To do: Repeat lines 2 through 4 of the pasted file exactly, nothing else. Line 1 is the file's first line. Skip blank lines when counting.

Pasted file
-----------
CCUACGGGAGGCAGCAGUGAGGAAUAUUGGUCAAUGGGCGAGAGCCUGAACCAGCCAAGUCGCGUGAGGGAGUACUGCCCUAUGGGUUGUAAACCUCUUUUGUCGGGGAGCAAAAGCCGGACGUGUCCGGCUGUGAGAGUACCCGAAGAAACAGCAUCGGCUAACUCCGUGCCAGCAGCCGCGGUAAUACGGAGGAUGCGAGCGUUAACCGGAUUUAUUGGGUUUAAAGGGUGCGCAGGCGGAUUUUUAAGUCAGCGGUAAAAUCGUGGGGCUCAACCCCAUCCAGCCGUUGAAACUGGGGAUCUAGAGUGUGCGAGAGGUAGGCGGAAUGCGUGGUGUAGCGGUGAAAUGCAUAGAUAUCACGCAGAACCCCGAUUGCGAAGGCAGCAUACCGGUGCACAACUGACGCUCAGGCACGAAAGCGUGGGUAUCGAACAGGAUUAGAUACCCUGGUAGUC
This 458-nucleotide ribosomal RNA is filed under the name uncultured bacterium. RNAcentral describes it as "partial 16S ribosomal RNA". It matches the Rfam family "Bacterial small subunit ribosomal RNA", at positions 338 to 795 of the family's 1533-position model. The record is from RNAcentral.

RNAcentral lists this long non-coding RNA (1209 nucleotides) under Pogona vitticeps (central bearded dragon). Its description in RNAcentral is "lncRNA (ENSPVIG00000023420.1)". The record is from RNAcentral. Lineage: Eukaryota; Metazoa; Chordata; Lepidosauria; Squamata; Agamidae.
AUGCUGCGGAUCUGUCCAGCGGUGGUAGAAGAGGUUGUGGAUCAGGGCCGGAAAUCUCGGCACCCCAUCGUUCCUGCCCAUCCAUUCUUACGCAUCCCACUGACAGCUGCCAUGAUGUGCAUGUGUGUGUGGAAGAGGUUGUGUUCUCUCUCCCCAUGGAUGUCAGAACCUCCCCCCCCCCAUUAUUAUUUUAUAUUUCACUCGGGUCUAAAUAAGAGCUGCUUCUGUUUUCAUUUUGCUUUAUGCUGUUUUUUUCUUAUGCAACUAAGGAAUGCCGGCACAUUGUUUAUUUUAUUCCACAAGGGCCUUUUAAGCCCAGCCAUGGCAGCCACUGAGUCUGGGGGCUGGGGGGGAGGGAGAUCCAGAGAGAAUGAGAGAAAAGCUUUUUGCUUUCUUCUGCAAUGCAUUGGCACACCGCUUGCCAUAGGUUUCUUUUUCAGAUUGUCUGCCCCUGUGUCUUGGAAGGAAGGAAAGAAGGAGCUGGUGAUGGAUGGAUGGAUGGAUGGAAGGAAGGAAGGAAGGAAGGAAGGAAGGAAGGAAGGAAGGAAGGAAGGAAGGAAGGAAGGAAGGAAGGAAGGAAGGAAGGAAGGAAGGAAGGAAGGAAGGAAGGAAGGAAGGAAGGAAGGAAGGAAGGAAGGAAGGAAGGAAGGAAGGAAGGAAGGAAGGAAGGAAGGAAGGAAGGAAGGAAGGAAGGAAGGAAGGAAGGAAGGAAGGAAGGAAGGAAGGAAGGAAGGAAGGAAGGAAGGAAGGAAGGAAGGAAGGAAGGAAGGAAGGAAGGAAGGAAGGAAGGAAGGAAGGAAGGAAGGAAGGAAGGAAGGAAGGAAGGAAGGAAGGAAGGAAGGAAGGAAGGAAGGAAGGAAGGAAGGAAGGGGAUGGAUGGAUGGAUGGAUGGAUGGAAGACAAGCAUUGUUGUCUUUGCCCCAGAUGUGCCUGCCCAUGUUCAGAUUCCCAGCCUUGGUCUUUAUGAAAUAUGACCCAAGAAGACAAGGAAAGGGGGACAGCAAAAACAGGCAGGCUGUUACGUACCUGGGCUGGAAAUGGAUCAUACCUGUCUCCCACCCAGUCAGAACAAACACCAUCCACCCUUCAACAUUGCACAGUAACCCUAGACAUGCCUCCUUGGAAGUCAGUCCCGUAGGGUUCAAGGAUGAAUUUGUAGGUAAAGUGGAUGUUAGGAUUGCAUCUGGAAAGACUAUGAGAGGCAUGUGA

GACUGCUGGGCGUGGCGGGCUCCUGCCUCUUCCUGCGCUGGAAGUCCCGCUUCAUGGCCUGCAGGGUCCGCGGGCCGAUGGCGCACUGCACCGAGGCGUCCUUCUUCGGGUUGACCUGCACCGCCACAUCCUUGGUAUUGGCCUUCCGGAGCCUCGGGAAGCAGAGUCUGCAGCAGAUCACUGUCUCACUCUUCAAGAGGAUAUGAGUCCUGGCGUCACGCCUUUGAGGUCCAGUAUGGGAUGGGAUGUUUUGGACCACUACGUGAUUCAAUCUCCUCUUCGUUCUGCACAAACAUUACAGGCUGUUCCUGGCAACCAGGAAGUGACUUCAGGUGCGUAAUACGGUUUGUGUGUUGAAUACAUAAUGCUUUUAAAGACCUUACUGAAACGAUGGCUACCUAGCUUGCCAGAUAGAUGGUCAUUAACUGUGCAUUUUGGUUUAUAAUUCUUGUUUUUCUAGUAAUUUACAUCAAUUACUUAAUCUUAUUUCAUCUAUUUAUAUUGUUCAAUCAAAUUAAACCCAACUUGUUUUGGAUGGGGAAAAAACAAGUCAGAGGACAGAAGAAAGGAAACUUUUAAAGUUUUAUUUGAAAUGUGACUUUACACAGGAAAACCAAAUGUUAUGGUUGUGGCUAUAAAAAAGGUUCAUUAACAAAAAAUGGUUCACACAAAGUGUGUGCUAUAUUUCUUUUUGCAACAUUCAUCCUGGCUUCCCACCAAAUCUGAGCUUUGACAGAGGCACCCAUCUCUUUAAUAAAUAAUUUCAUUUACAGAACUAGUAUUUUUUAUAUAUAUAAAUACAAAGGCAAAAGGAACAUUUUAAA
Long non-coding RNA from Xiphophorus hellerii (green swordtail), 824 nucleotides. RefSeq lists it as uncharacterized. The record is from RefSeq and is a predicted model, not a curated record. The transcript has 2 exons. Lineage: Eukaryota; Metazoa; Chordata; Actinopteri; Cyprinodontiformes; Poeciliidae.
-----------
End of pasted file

This 458-nucleotide ribosomal RNA is filed under the name uncultured bacterium. RNAcentral describes it as "partial 16S ribosomal RNA". It matches the Rfam family "Bacterial small subunit ribosomal RNA", at positions 338 to 795 of the family's 1533-position model. The record is from RNAcentral.

RNAcentral lists this long non-coding RNA (1209 nucleotides) under Pogona vitticeps (central bearded dragon). Its description in RNAcentral is "lncRNA (ENSPVIG00000023420.1)". The record is from RNAcentral. Lineage: Eukaryota; Metazoa; Chordata; Lepidosauria; Squamata; Agamidae.
AUGCUGCGGAUCUGUCCAGCGGUGGUAGAAGAGGUUGUGGAUCAGGGCCGGAAAUCUCGGCACCCCAUCGUUCCUGCCCAUCCAUUCUUACGCAUCCCACUGACAGCUGCCAUGAUGUGCAUGUGUGUGUGGAAGAGGUUGUGUUCUCUCUCCCCAUGGAUGUCAGAACCUCCCCCCCCCCAUUAUUAUUUUAUAUUUCACUCGGGUCUAAAUAAGAGCUGCUUCUGUUUUCAUUUUGCUUUAUGCUGUUUUUUUCUUAUGCAACUAAGGAAUGCCGGCACAUUGUUUAUUUUAUUCCACAAGGGCCUUUUAAGCCCAGCCAUGGCAGCCACUGAGUCUGGGGGCUGGGGGGGAGGGAGAUCCAGAGAGAAUGAGAGAAAAGCUUUUUGCUUUCUUCUGCAAUGCAUUGGCACACCGCUUGCCAUAGGUUUCUUUUUCAGAUUGUCUGCCCCUGUGUCUUGGAAGGAAGGAAAGAAGGAGCUGGUGAUGGAUGGAUGGAUGGAUGGAAGGAAGGAAGGAAGGAAGGAAGGAAGGAAGGAAGGAAGGAAGGAAGGAAGGAAGGAAGGAAGGAAGGAAGGAAGGAAGGAAGGAAGGAAGGAAGGAAGGAAGGAAGGAAGGAAGGAAGGAAGGAAGGAAGGAAGGAAGGAAGGAAGGAAGGAAGGAAGGAAGGAAGGAAGGAAGGAAGGAAGGAAGGAAGGAAGGAAGGAAGGAAGGAAGGAAGGAAGGAAGGAAGGAAGGAAGGAAGGAAGGAAGGAAGGAAGGAAGGAAGGAAGGAAGGAAGGAAGGAAGGAAGGAAGGAAGGAAGGAAGGAAGGAAGGAAGGAAGGAAGGAAGGAAGGAAGGAAGGAAGGAAGGAAGGAAGGAAGGAAGGGGAUGGAUGGAUGGAUGGAUGGAUGGAAGACAAGCAUUGUUGUCUUUGCCCCAGAUGUGCCUGCCCAUGUUCAGAUUCCCAGCCUUGGUCUUUAUGAAAUAUGACCCAAGAAGACAAGGAAAGGGGGACAGCAAAAACAGGCAGGCUGUUACGUACCUGGGCUGGAAAUGGAUCAUACCUGUCUCCCACCCAGUCAGAACAAACACCAUCCACCCUUCAACAUUGCACAGUAACCCUAGACAUGCCUCCUUGGAAGUCAGUCCCGUAGGGUUCAAGGAUGAAUUUGUAGGUAAAGUGGAUGUUAGGAUUGCAUCUGGAAAGACUAUGAGAGGCAUGUGA